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Immunology society launches Covid vaccine information site

As UK temporarily bans some flights amid fears over new South African variant of coronavirus

A group of top immunologists have launched a website to help researchers undertake Covid-19 vaccine research, as a potentially “vaccine-resistant” variant of the virus has emerged leading to new UK travel restrictions.

Launched by the British Society for Immunology on 22 November, the UK Covid Vaccine Research Hub includes information on upcoming funding calls and awards, collaborations, and advice on how to communicate research to the public.

Features include a directory of research publications relating to Covid-19 vaccines and information about trials currently underway, including how they are funded, what they aim to achieve and how to become involved.

The website, which is funded by the UK national research funder, UK Research and Innovation, also includes a set of pages dedicated to the public, with information on how the immune system responds to Covid-19, how vaccines prevent illness, and information for specific groups.

A third section aimed at policymakers includes reports, briefings and other resources.

Doug Brown, the society’s chief executive, said the pandemic had seen an “unprecedented spotlight on scientific research, and on vaccines in particular”.

“Never has there been more appetite for information and knowledge about how vaccines work, how they are developed and tested, and about the risks and benefits for individuals,” he said.

“This exciting new initiative, the UK Covid Vaccine Research Hub, aims to help meet this demand while promoting awareness and support for the work being undertaken by UK research teams, whose explorations are vital to global efforts to bring us out of the pandemic.”

Concerns over new variant

The website comes amid reports of a “heavily mutated” Covid-19 variant, B.1.1.529, thought to have originated in South Africa, leading to new travel restrictions, with temporary bans on flights from several African countries into the UK.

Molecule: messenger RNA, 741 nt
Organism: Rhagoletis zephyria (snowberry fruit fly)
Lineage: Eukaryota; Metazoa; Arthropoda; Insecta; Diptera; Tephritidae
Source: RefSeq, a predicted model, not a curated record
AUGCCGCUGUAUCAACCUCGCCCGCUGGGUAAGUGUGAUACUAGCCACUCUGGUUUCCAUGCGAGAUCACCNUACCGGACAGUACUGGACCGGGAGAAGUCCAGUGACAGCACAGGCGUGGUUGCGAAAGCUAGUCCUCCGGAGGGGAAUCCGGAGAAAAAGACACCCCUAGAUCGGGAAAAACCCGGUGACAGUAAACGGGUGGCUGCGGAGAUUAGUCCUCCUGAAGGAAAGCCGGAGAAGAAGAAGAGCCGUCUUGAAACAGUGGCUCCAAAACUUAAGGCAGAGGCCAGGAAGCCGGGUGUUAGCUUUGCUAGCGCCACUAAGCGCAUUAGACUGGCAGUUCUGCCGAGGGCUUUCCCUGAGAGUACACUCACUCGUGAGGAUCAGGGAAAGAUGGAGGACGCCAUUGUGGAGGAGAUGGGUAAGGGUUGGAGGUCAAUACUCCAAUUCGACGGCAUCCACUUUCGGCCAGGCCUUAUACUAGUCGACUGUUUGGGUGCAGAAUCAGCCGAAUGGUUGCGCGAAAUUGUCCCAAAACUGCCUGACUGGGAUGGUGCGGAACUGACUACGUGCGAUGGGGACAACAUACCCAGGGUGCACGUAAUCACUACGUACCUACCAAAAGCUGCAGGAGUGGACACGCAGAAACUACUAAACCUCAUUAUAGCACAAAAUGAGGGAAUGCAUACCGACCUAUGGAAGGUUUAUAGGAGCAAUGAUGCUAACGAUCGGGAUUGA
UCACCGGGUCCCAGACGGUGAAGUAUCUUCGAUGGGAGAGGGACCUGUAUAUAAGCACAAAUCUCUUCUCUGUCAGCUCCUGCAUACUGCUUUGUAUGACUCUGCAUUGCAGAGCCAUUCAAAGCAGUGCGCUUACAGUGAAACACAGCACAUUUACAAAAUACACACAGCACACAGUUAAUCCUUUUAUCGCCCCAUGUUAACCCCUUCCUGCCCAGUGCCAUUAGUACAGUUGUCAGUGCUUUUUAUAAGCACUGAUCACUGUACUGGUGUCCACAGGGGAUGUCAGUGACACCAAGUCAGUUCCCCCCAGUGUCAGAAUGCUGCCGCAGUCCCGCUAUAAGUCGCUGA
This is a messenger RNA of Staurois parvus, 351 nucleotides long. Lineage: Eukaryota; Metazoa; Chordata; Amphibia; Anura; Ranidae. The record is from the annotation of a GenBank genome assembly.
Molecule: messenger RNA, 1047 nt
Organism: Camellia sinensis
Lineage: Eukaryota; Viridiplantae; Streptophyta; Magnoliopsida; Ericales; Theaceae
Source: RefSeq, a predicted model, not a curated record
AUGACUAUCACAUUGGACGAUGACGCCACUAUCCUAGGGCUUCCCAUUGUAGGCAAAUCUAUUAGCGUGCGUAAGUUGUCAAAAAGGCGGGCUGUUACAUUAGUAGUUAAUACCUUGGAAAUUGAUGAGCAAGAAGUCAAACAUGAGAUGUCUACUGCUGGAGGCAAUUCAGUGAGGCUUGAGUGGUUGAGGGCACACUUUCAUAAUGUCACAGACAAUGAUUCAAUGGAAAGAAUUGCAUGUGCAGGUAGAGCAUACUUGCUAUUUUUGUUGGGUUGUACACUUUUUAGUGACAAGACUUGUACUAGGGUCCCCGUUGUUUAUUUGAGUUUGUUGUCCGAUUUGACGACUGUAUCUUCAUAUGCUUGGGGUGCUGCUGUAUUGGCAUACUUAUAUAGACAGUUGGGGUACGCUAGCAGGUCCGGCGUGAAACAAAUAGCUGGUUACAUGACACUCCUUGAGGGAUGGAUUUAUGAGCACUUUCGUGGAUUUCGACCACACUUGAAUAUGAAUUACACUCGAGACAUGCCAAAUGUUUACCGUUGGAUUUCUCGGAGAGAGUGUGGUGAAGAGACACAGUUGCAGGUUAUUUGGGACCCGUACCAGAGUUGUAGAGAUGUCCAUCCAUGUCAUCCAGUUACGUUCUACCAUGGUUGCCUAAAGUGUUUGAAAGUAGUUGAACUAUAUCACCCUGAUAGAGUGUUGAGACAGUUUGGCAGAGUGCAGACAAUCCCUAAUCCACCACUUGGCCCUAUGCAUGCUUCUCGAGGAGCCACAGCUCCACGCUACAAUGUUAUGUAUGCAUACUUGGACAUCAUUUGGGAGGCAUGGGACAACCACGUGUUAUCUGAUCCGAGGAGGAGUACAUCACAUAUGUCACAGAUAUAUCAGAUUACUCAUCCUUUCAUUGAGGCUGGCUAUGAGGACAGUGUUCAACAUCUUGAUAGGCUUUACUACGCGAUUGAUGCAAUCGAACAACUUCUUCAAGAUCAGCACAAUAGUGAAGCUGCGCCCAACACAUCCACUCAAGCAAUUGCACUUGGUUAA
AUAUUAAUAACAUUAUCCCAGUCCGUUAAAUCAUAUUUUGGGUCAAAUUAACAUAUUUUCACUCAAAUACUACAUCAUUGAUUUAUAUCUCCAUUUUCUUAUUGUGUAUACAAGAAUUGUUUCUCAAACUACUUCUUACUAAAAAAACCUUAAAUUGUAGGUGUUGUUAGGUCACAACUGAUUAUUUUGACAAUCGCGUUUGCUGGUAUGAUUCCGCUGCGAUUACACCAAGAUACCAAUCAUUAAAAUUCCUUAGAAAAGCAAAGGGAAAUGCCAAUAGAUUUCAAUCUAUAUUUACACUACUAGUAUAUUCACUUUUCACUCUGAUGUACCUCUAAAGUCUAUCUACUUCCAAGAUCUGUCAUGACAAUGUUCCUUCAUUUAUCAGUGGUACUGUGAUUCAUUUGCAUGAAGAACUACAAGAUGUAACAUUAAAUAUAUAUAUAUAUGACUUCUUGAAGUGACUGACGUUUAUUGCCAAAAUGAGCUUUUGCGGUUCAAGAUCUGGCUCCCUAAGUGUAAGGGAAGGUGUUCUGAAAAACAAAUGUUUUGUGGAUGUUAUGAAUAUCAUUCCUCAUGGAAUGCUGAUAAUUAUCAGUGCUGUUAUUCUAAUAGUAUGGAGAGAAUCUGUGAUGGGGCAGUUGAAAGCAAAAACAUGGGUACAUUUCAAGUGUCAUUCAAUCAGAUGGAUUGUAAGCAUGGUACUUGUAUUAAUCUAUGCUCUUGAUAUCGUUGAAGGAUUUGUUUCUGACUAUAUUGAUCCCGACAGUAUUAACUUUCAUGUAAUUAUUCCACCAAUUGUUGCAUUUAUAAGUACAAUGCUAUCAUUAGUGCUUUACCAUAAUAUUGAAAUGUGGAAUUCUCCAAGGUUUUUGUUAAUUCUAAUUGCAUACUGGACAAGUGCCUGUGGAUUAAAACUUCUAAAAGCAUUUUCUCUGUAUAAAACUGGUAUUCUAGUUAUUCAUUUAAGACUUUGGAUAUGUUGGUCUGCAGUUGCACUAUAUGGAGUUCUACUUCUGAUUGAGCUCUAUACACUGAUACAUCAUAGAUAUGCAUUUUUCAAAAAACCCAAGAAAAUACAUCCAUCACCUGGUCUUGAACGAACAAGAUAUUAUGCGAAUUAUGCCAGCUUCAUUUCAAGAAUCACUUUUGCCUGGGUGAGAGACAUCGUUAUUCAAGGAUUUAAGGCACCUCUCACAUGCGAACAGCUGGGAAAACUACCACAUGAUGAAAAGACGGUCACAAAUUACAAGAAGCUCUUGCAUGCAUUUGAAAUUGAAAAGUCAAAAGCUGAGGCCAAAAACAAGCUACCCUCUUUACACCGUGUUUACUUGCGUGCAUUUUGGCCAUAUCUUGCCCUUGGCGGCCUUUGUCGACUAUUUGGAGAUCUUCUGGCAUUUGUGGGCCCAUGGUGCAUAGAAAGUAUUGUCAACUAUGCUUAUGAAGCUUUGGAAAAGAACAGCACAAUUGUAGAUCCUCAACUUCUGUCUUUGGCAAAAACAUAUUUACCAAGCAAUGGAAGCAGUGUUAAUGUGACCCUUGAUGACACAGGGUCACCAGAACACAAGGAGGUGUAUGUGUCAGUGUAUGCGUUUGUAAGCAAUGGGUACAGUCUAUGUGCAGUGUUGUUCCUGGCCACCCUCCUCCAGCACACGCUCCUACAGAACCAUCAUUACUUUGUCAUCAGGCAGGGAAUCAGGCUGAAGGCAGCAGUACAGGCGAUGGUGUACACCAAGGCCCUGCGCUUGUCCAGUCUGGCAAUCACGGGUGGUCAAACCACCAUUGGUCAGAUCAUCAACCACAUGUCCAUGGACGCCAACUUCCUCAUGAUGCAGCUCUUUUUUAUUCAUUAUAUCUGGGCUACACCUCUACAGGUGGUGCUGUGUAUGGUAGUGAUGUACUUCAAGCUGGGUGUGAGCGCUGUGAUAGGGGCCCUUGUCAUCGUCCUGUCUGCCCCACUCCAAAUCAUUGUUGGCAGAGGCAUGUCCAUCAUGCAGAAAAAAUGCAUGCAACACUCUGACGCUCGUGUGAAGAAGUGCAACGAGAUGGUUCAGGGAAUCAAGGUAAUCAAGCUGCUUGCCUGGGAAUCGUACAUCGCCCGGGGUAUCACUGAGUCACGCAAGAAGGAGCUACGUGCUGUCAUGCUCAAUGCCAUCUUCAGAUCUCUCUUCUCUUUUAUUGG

Health secretary Sajid Javid said the UK would be placing six countries on the red travel list, and that anyone who has been in South Africa, Botswana, Lesotho, Eswatini, Namibia and Zimbabwe in the past 10 days, and who is not a UK or Irish citizen, will be denied entry into England.

“We are concerned that this new variant may pose a substantial risk to public health,” said Javid on 26 November. “Early indications show this variant may be more transmissible than the Delta variant, and current vaccines may be less effective against it.”

Lawrence Young, a virologist and professor of molecular oncology at Warwick Medical School, described the variant as “very worrying”.

“Some of the mutations that are similar to changes we’ve seen in other variants of concern are associated with enhanced transmissibility, and with partial resistance to immunity induced by vaccination or natural infection,” he said.

He added that there is an urgent need for laboratory studies to determine whether the antibodies induced by current vaccines are able to block infection with the new variant.

Neil Ferguson, director of the Medical Research Council’s Centre for Global Infectious Disease Analysis at Imperial College London, said the government’s move to restrict travel is “prudent”.

“However, we do not yet have reliable estimates of the extent to which B.1.1.529 might be either more transmissible or more resistant to vaccines, so it’s too early to be able to provide an evidence-based assessment of the risk it poses,” he said.

“Addressing that gap is a top priority of researchers in South Africa and their partners around the world, including at Imperial College.”